Adam Crocker's Value Investing Congress Presentation: Groupe FNAC and Molina Healthcare ~ market folly

Wednesday, September 10, 2014

Adam Crocker's Value Investing Congress Presentation: Groupe FNAC and Molina Healthcare

We're posting up notes from the 2014 Value Investing Congress in New York. Next up is Adam Crocker of Metropolitan Capital Advisors who presented long Groupe FNAC and Molina Healthcare.

Adam Crocker's Value Investing Congress Presentation

Long: Groupe FNAC (FNAC.PA)  

• “It’s the Best Buy and Barnes and Noble of France, Spain and Portugal... what's not to love??”
• Retailer of books and electronics with stores in France, Iberian Peninsula, Brazil, other Europe. Spun out of Kering Group in 2013 with an underappreciated ticketing asset similar to Ticketmaster
• Retailer is an ok business facing challenges but incorrectly priced as if disaster were right around the   corner
• Strong and growing net cash balance provides downside protection
• Trading at under 6x EV/EBIT, but the retail business trades at more like 1.0-1.5x EBIT if you back out   value of cash and ticketing
• Thinks opportunity exists because people put in the “too hard” pile (recent spinoff, €550 market   cap, contrarian, challenging, and uncomfortable)
• Metropolitan asks themselves: Would anyone care if this business no longer existed? Their research  suggests yes, customers and suppliers would care

• Retail business:
o Leading brand in its markets, particularly France. #1 retailer of books, music, videos,   computers, photography products
o 56% of revenues were from FNAC loyalty members (similar to Amazon prime)
o 3rd most visited website after amazon and Cdiscount  
o Brick and mortar stores are actually well maintained, rare for this kind of secular decliner
o Similar to BKS, management is transitioning from books / DVDs to mobile phones, toys, and stationery.  These new products were over 10% of revenue in most recent quarter and grew 17% from Q1 to Q2 2014
o Cost rationalization by reducing headcount, rent negotiations, and consolidating back office.  Have eliminated 10% of SG&A since 2011

• Ticket company:
o 50% market share in a market characterized by high network economies of scale. Comps are CTS (Germany), Ticketmaster (US) and these companies tend to trade at high EBIT multiples.  Metropolitan thinks this business is worth 15xEBIT
o Assuming 15x EBIT at FNAC implies 225mm euro ticketing value
o Ticketing is a good business because of a low cost/benefit ratio for event promoters, secular tailwind for more live performances, and IT infrastructure is more complex than many assume (especially for larger venues)
 o Also have a retail network that gives them advantages vs competitors by driving retail traffic and cross-selling opportunities
o Positive catalysts: improved product cycle (i.e. Apple iPhone 6) or any macro improvement 

• Valuation: 
o Assuming €225mm ticket value, €250mm cash, €25mm Brazil asset gets to €500mm. Entire company trades at €550 market cap, so retail is implied €50mm value
o Retail did €50mm operating profit in 2013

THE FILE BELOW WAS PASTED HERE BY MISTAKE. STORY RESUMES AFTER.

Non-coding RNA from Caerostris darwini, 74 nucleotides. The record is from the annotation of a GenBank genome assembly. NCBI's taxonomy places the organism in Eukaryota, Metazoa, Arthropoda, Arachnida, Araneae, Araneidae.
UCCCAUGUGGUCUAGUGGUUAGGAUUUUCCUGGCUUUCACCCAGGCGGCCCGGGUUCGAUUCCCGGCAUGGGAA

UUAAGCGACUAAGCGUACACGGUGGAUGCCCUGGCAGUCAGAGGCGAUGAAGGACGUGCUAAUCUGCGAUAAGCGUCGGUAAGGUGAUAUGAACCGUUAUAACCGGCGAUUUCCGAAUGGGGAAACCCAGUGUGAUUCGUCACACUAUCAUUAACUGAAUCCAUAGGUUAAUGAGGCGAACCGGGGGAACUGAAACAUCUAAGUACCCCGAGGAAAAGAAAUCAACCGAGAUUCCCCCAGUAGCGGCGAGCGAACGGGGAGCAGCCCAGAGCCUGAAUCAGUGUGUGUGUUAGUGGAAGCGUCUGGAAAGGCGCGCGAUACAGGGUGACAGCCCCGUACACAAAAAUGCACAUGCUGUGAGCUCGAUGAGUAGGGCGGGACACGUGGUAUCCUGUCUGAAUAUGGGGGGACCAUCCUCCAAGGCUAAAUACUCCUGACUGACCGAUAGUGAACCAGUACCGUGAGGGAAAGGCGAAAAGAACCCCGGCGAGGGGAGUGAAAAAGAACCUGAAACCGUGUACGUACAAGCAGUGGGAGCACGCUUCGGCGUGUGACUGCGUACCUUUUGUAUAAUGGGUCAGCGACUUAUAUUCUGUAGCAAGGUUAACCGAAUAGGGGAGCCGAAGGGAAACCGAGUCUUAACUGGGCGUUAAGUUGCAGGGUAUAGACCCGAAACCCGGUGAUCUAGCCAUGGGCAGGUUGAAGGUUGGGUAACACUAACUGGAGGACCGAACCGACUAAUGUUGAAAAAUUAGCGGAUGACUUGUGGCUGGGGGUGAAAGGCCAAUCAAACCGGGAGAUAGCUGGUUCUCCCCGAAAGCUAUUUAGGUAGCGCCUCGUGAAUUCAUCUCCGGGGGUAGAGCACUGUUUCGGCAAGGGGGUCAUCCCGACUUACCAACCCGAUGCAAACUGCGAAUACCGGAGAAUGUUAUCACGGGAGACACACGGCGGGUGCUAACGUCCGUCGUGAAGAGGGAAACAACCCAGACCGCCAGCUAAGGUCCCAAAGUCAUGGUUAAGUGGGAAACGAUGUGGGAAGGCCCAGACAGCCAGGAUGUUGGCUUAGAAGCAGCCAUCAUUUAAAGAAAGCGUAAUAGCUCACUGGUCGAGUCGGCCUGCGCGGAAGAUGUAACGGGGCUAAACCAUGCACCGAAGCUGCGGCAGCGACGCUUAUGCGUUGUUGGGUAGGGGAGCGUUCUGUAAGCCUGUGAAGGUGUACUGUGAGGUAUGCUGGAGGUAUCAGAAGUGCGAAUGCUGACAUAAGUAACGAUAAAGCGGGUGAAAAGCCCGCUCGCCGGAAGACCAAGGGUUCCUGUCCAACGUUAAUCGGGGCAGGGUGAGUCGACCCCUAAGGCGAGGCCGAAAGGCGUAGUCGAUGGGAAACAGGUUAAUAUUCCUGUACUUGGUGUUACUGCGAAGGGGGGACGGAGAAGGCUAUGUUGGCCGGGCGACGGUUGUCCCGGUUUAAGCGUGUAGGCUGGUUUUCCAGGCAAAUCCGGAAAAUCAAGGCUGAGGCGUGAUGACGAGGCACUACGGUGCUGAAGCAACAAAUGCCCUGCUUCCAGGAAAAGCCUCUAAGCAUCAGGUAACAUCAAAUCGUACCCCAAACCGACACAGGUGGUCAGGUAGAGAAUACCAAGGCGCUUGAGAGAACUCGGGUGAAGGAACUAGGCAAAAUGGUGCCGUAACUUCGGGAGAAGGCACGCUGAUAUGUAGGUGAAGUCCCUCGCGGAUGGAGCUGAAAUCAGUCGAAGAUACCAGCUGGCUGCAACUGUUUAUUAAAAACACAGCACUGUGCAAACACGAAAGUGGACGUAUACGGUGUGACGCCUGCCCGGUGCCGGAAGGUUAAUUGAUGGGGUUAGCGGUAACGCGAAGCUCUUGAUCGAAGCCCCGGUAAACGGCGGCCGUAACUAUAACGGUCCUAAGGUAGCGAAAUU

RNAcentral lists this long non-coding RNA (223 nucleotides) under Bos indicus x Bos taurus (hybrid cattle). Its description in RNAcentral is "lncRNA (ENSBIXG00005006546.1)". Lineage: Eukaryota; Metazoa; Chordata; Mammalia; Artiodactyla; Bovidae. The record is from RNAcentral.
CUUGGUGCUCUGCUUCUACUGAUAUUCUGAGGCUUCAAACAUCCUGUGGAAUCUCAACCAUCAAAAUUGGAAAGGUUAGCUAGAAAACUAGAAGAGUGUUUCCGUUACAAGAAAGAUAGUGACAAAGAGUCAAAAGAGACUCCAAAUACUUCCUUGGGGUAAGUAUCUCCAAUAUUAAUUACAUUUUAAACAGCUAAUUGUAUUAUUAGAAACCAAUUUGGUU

o Best Buy has similar problems, trades at 8x EBIT. This would imply a €54 price target
o Major disconnect vs. peers BBY, BKS, DRTY, DXNS. These trade at an average 5.5x EBITDA while FNAC is 2.9x
o Management plan is to stabilize revenue, gross margins, and reduce inventories 3% annually to achieve 3% EBIT margins in the long term.  They have achieved the first 3 goals and are working on the 4th now.  If they achieve 3% EBIT margins, could get to €79/share (+126%)

Long: Molina Healthcare (MOH)

• Complex industry but simple story. Medicaid and Medicare have unsustainable cost trends related   to the Affordable Care Act and Molina offers a solution, particularly for those who fall under both   Medicare and Medicaid (referred to as “dual eligible care”). These “duals” are the most expensive group of beneficiaries and the government is extremely interested in seeing its programs succeed

• Medicaid trends:
o Medicaid is #1 line item in most states' P&L 
o Medicaid projected to grow 8% long term due to ACA. Managed care is taking a bigger piece of this because they have demonstrated an ability to drive equal or better outcomes at lower cost than the government-run alternative
o What is Medicaid managed care? Insurers manage health benefit of low income patients on behalf of state payors in exchange for per member per month (PMPM) fee.  Save the system money by standard blocking and tackling (incentives for healthy pregnancies, encouraging the use of primary care physicians, the use of generic drugs)
o 75% of Medicaid members in managed care, but most expensive patients are typically fee- for service. This is the opportunity for Molina
o “Actuarial soundness” concept - by law, rates must be adequate relative to Molina's risk

• Question is when, not if, Molina earns a reasonable profit on new membership, particularly for  the “dual eligibles”. Unless you think the government is already maximizing efficiency of those under dual  eligible care, there should be opportunity for Molina

• Why the opportunity? Perceived risks - difficult to predict short term cost trends, political risk /   government seen as unreliable customer, dual population never managed before, costs uncertain

• Big uncertainty is “What will the cost be of managing dual eligible members?” Molina hasn't   discussed their expectations but comps have

• Management thinks they can double revenue from FY13 to FY15 from $6.6bn to $12.5bn

• Sees takeout option for a commercial insurer (when Wellpoint bought Amerigroup, the merger   proxy discussed opportunities for insurers to serve dual eligible beneficiaries)

Be sure to check out the rest of the Value Investing Congress presentations here.

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